KUALA LUMPUR 21 JUNE 2011 - Malaysia's Kuala Lumpur International Airport [KLIA] has upgraded its WiFi services to provide broadband access across 100 square kilometres of space, which is one of the largest WiFi spreads in the world, said US-based wireless solutions provider Ruckus Wireless.
KLIA has standardised its WiFi service with Ruckus's ZoneFlex indoor/outdoor Smart WiFi products, which is initially being used to provide free high-speed hotspot services to the passengers that transit KLIA every year, according to KLIA operator Malaysia Airports Technologies general manager Mahmood. "The move to a new airport-wide Wi-Fi system was driven by the need to give passengers the best possible airport experience by providing more ubiquitous broadband access, reliable wireless connectivity and consistent performance. Forrester Research estimates that more than 25 per cent of business airline passengers and 12 per cent of leisure travelers go on line at airports."
Mahmood said that KLIA recorded growth in terms of passenger movements to 34.1 million in 2010. "The Smart WiFi network will also be used by airlines, ground handling and aircraft engineering staff to access an array of applications. KLIA's facilities span more than 100 square kilometers. KLIA's main terminal building alone is equivalent to the size of 72 football fields."
"Airport travellers are among the most sophisticated users of technology and are now equipped with a variety of powerful WiFi-enabled devices," he said. "Consequently, there is a built-in expectation for good wireless coverage and reliable service. The question then becomes, what's the best technology for delivering the best travel experience given this change in user attitudes and behaviour."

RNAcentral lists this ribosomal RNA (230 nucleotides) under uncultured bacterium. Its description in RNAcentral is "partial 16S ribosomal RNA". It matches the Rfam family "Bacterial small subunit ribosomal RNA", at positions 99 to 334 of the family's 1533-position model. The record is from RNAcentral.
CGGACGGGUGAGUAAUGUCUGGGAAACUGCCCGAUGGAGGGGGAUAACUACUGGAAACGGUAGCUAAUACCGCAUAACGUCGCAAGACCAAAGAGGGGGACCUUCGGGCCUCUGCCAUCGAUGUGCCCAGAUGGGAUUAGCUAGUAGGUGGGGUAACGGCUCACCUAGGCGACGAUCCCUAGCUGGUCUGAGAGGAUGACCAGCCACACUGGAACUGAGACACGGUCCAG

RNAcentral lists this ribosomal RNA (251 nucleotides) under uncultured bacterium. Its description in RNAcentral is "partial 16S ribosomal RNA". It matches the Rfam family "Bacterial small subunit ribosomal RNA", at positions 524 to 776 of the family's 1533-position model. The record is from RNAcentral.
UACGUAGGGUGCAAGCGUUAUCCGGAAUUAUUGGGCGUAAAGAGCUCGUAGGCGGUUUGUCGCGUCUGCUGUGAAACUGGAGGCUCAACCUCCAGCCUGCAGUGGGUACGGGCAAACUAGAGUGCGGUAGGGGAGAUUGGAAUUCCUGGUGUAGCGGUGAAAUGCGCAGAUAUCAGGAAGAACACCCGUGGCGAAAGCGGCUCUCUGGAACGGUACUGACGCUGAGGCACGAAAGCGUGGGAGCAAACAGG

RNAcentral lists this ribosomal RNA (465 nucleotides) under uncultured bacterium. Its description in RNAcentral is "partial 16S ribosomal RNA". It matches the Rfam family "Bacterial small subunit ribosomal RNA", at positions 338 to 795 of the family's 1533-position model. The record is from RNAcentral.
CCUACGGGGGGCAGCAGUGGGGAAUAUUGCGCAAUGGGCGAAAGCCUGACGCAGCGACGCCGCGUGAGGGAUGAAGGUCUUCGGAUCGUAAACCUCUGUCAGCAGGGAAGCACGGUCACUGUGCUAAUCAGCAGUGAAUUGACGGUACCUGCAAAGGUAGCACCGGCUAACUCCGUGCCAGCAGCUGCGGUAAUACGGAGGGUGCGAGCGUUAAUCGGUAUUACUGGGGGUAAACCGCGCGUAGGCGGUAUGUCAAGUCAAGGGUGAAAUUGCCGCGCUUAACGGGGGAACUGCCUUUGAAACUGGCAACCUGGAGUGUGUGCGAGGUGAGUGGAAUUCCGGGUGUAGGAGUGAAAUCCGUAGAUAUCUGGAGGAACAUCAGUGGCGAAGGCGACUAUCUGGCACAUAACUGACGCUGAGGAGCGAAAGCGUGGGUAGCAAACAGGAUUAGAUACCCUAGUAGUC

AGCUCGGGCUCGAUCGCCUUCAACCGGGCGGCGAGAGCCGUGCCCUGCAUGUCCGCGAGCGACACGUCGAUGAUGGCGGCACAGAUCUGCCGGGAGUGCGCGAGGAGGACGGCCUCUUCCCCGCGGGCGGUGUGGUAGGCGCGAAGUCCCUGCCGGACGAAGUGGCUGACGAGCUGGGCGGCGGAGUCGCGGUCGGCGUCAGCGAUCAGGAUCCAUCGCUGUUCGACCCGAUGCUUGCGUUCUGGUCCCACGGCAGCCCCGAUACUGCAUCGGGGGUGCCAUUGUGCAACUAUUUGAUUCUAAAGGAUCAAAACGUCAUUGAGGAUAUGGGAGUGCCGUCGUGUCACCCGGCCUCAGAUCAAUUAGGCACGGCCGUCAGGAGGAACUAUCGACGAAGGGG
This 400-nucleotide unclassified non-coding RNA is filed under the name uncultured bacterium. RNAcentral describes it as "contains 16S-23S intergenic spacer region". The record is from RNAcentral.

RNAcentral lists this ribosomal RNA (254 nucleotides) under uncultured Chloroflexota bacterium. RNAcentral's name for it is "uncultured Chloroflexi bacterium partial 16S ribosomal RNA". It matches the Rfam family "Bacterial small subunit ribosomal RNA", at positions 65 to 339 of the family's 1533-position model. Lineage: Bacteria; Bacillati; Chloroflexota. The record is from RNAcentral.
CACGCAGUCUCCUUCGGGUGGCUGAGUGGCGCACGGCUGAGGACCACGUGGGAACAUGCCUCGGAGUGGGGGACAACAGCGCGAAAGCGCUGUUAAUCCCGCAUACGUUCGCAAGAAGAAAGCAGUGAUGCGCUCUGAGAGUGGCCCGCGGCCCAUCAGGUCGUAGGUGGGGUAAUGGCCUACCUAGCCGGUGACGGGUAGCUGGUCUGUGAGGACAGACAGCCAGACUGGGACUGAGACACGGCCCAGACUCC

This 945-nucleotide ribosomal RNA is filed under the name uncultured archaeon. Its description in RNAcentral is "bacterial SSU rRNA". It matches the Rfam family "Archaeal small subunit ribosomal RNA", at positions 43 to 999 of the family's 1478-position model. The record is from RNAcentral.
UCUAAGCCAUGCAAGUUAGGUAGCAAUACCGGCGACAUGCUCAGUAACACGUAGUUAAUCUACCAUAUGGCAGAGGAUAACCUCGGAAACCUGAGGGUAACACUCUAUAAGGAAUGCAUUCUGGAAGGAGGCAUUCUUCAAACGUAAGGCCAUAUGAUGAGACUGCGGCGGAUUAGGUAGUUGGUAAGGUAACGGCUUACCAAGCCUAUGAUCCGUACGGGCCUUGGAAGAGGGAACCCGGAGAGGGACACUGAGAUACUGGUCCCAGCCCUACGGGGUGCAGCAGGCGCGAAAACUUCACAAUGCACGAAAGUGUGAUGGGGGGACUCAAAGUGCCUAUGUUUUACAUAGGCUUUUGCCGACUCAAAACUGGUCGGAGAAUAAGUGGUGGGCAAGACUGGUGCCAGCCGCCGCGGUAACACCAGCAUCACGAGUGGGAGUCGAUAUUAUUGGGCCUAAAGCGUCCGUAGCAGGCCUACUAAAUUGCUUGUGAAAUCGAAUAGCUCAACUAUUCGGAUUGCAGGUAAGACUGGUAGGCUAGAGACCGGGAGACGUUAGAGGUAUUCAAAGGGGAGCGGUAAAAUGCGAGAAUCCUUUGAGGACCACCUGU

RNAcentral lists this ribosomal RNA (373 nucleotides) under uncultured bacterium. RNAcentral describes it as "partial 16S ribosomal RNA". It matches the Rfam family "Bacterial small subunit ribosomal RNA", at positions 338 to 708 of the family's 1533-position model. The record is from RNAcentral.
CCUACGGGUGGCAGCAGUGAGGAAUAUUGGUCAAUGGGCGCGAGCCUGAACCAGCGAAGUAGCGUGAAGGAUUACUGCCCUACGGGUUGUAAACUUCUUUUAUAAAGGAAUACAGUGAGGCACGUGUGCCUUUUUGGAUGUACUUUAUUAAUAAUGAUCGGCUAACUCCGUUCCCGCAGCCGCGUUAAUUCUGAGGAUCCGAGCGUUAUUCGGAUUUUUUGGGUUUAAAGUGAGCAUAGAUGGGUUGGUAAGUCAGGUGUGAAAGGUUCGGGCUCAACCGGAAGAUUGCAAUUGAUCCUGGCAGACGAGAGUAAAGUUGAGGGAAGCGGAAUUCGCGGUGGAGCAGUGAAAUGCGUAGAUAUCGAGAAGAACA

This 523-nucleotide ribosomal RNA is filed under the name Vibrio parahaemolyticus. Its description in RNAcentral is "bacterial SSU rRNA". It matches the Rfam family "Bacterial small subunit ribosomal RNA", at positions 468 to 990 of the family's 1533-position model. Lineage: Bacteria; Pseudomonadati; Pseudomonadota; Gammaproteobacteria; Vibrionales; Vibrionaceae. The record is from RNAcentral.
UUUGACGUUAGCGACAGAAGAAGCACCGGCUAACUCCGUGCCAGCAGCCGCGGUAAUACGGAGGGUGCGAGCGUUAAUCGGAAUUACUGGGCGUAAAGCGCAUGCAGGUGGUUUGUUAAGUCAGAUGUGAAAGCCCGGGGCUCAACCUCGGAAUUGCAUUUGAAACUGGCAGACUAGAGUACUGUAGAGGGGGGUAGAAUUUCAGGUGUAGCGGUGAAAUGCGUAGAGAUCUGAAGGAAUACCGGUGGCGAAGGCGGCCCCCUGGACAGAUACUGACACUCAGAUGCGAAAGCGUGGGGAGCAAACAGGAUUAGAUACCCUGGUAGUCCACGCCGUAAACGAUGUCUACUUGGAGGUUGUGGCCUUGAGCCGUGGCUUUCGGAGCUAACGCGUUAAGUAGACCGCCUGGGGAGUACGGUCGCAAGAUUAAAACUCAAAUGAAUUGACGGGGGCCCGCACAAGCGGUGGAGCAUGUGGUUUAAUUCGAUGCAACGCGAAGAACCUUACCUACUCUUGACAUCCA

"We upgraded our WiFi network in 2006 to widen the coverage to high user density areas such as passenger concourse and strategic locations where users generally gather," said Malaysia Airports network services manager, Khairul Salleh Ajuhary. "But we quickly discovered that passengers needed Wi-Fi everywhere and expected better and reliable performance, According to Airports Council International's Airport Service Quality audit results, WiFi had been identified as one of the elements that required further improvement due to spotty coverage and slow connection speeds. So we decided to upgrade our entire system."
Ajuhary said that free public access was just one of the key applications for WiFi. "Ground handling, aircraft maintenance and cargo handling service personnel wanted better Wi-Fi to communicate with back-office systems. New aircraft, such as Airbus A380, now come equipped with the new system that requires highly reliable Wi-Fi connections to automatically retrieve and load large volumes of aircraft systems data during layovers and turnarounds. "
"We chose Ruckus because of its unique capability to deliver predictable performance at much greater distances," he said. "We were shocked to find that a single Ruckus AP [Access Point] could cover an equivalent area previously served by two of our legacy APs, and that we could quickly and easily add wireless capacity in an area by reliably meshing APs over the air. This allows us to reduce both capital and operation costs but still provide a better Wi-Fi experience."
"With the Ruckus system, we are maintaining signal strength at -60dB at every spot," said Ajuhary. "Not only did we save huge amounts in equipment and cabling costs, we were also amazed at how easy it was to configure, deploy and manage."
Sign up for Computerworld eNewsletters.